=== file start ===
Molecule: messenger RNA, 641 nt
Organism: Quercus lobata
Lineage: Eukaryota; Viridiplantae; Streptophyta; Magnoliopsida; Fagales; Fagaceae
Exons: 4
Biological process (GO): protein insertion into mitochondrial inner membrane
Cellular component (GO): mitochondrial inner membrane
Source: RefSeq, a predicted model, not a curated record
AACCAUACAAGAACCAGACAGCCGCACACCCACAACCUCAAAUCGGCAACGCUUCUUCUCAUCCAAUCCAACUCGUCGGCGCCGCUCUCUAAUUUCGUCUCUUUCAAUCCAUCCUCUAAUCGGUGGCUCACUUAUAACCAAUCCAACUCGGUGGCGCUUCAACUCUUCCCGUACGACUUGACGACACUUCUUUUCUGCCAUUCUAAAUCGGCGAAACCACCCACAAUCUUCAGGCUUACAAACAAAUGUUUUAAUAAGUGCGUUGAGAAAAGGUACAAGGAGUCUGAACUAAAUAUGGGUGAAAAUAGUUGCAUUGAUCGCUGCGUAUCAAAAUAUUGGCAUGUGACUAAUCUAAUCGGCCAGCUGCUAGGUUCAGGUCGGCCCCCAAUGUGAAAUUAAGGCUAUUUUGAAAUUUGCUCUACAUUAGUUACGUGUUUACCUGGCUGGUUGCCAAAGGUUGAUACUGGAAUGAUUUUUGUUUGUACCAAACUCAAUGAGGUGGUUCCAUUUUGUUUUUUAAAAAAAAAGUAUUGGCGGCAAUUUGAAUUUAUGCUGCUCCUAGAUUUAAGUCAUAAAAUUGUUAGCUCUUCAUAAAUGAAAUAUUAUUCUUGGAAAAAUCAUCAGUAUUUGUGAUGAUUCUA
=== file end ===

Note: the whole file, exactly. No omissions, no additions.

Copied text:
Molecule: messenger RNA, 641 nt
Organism: Quercus lobata
Lineage: Eukaryota; Viridiplantae; Streptophyta; Magnoliopsida; Fagales; Fagaceae
Exons: 4
Biological process (GO): protein insertion into mitochondrial inner membrane
Cellular component (GO): mitochondrial inner membrane
Source: RefSeq, a predicted model, not a curated record
AACCAUACAAGAACCAGACAGCCGCACACCCACAACCUCAAAUCGGCAACGCUUCUUCUCAUCCAAUCCAACUCGUCGGCGCCGCUCUCUAAUUUCGUCUCUUUCAAUCCAUCCUCUAAUCGGUGGCUCACUUAUAACCAAUCCAACUCGGUGGCGCUUCAACUCUUCCCGUACGACUUGACGACACUUCUUUUCUGCCAUUCUAAAUCGGCGAAACCACCCACAAUCUUCAGGCUUACAAACAAAUGUUUUAAUAAGUGCGUUGAGAAAAGGUACAAGGAGUCUGAACUAAAUAUGGGUGAAAAUAGUUGCAUUGAUCGCUGCGUAUCAAAAUAUUGGCAUGUGACUAAUCUAAUCGGCCAGCUGCUAGGUUCAGGUCGGCCCCCAAUGUGAAAUUAAGGCUAUUUUGAAAUUUGCUCUACAUUAGUUACGUGUUUACCUGGCUGGUUGCCAAAGGUUGAUACUGGAAUGAUUUUUGUUUGUACCAAACUCAAUGAGGUGGUUCCAUUUUGUUUUUUAAAAAAAAAGUAUUGGCGGCAAUUUGAAUUUAUGCUGCUCCUAGAUUUAAGUCAUAAAAUUGUUAGCUCUUCAUAAAUGAAAUAUUAUUCUUGGAAAAAUCAUCAGUAUUUGUGAUGAUUCUA